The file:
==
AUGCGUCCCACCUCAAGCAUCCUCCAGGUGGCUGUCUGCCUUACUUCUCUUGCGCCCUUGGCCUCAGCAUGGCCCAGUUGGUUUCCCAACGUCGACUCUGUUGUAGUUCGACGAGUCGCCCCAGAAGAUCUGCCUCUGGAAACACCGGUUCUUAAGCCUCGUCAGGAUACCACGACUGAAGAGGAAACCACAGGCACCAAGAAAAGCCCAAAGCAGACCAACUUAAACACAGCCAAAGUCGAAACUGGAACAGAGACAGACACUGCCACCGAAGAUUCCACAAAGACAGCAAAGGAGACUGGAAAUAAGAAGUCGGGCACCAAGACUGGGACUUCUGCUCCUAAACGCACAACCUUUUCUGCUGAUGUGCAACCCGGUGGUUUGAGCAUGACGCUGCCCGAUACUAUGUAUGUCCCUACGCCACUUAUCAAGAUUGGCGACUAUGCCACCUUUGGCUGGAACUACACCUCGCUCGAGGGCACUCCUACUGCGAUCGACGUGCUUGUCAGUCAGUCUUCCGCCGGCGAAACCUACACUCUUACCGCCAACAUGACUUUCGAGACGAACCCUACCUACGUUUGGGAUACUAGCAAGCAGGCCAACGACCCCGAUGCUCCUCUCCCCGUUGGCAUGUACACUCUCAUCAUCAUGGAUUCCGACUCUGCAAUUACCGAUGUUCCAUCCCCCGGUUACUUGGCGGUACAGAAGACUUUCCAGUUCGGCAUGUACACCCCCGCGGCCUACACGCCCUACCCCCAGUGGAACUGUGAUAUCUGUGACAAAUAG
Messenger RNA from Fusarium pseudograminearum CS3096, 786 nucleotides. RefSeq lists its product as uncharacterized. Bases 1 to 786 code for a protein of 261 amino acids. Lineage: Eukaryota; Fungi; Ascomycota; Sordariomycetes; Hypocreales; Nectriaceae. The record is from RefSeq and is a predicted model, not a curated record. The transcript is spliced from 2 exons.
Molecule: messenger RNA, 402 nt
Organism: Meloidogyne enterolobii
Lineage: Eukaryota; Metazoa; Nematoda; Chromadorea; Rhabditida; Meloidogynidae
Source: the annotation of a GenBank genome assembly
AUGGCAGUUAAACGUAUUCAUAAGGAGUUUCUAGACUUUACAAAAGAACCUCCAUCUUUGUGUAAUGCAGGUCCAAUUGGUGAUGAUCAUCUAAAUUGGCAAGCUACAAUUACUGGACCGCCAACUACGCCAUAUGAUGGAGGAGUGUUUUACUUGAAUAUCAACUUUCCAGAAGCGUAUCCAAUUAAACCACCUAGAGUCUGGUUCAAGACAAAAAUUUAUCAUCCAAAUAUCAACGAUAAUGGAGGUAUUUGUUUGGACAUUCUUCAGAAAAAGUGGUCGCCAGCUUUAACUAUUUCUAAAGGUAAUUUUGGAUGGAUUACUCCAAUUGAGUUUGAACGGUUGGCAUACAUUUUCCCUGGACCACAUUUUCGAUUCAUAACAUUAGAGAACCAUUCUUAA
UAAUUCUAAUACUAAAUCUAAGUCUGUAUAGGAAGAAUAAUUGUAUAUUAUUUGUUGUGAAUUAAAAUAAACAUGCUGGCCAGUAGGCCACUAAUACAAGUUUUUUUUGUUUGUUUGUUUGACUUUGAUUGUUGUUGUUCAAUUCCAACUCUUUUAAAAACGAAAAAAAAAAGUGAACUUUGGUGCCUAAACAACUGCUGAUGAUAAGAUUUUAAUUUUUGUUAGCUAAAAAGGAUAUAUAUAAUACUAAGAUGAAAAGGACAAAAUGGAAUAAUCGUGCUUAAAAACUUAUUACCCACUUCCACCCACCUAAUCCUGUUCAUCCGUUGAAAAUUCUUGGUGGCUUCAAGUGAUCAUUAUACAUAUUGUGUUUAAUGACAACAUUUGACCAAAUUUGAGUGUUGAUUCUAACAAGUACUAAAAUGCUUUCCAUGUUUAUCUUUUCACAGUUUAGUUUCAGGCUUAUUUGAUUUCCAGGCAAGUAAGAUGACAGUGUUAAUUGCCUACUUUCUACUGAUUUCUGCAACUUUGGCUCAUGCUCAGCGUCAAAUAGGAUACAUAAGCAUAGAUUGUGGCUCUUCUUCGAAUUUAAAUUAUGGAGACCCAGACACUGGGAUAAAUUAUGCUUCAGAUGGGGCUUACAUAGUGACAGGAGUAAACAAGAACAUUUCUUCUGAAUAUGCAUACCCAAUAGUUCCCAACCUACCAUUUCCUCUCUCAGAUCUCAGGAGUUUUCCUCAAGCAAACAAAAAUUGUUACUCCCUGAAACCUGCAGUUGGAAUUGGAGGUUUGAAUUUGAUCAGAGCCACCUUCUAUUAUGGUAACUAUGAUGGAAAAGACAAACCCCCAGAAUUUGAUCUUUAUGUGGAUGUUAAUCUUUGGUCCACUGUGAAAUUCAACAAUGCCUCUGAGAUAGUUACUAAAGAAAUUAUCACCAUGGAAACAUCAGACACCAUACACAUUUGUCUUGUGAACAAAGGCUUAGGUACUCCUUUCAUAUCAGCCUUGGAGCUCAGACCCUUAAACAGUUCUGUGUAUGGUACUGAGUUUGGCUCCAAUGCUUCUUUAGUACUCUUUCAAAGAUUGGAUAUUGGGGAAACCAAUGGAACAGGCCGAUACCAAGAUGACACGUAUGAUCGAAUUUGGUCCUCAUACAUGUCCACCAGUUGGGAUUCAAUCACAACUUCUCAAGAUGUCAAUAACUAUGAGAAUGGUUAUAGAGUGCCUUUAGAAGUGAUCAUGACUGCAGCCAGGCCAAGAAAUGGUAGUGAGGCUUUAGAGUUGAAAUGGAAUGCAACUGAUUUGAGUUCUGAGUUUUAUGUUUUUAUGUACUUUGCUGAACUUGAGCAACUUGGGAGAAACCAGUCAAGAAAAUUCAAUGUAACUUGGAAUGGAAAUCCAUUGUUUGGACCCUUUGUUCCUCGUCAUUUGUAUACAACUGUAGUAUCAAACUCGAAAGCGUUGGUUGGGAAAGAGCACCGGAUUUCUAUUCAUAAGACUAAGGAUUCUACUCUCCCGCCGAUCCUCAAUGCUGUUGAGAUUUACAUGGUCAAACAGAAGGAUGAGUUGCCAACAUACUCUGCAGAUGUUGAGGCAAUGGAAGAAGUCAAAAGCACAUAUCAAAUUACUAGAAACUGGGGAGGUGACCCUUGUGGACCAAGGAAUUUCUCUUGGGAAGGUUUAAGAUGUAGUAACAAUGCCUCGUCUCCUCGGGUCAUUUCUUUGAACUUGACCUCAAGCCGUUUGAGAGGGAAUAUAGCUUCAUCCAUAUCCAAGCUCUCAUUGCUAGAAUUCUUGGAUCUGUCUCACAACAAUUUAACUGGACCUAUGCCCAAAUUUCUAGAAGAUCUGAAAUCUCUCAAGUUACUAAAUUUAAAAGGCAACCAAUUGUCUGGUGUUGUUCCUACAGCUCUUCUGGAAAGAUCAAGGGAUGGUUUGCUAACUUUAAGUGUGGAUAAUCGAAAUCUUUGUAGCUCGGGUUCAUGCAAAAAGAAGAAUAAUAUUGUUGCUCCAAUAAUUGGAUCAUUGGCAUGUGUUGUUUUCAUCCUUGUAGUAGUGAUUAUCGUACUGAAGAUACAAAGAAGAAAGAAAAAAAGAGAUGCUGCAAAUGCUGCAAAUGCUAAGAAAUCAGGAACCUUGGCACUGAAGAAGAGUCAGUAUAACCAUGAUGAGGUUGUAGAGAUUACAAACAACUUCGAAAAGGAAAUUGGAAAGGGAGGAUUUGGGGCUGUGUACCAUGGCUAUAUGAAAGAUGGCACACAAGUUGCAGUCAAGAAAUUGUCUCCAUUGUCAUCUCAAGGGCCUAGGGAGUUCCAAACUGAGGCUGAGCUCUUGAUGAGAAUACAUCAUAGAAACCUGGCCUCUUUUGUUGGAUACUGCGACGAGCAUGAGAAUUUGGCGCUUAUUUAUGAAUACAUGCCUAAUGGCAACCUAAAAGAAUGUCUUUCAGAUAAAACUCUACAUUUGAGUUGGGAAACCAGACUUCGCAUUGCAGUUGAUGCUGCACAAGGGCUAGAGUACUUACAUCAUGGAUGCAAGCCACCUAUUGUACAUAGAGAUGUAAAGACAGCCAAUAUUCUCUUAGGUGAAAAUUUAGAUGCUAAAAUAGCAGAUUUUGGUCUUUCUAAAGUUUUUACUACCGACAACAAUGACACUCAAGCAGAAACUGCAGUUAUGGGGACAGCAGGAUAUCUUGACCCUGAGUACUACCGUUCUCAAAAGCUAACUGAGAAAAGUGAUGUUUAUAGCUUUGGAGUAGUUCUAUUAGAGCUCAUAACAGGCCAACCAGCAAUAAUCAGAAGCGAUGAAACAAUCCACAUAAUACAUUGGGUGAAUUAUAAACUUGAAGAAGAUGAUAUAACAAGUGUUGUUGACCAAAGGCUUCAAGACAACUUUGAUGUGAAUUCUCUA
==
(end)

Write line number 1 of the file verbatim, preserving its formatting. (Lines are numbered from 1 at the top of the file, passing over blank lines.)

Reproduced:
AUGCGUCCCACCUCAAGCAUCCUCCAGGUGGCUGUCUGCCUUACUUCUCUUGCGCCCUUGGCCUCAGCAUGGCCCAGUUGGUUUCCCAACGUCGACUCUGUUGUAGUUCGACGAGUCGCCCCAGAAGAUCUGCCUCUGGAAACACCGGUUCUUAAGCCUCGUCAGGAUACCACGACUGAAGAGGAAACCACAGGCACCAAGAAAAGCCCAAAGCAGACCAACUUAAACACAGCCAAAGUCGAAACUGGAACAGAGACAGACACUGCCACCGAAGAUUCCACAAAGACAGCAAAGGAGACUGGAAAUAAGAAGUCGGGCACCAAGACUGGGACUUCUGCUCCUAAACGCACAACCUUUUCUGCUGAUGUGCAACCCGGUGGUUUGAGCAUGACGCUGCCCGAUACUAUGUAUGUCCCUACGCCACUUAUCAAGAUUGGCGACUAUGCCACCUUUGGCUGGAACUACACCUCGCUCGAGGGCACUCCUACUGCGAUCGACGUGCUUGUCAGUCAGUCUUCCGCCGGCGAAACCUACACUCUUACCGCCAACAUGACUUUCGAGACGAACCCUACCUACGUUUGGGAUACUAGCAAGCAGGCCAACGACCCCGAUGCUCCUCUCCCCGUUGGCAUGUACACUCUCAUCAUCAUGGAUUCCGACUCUGCAAUUACCGAUGUUCCAUCCCCCGGUUACUUGGCGGUACAGAAGACUUUCCAGUUCGGCAUGUACACCCCCGCGGCCUACACGCCCUACCCCCAGUGGAACUGUGAUAUCUGUGACAAAUAG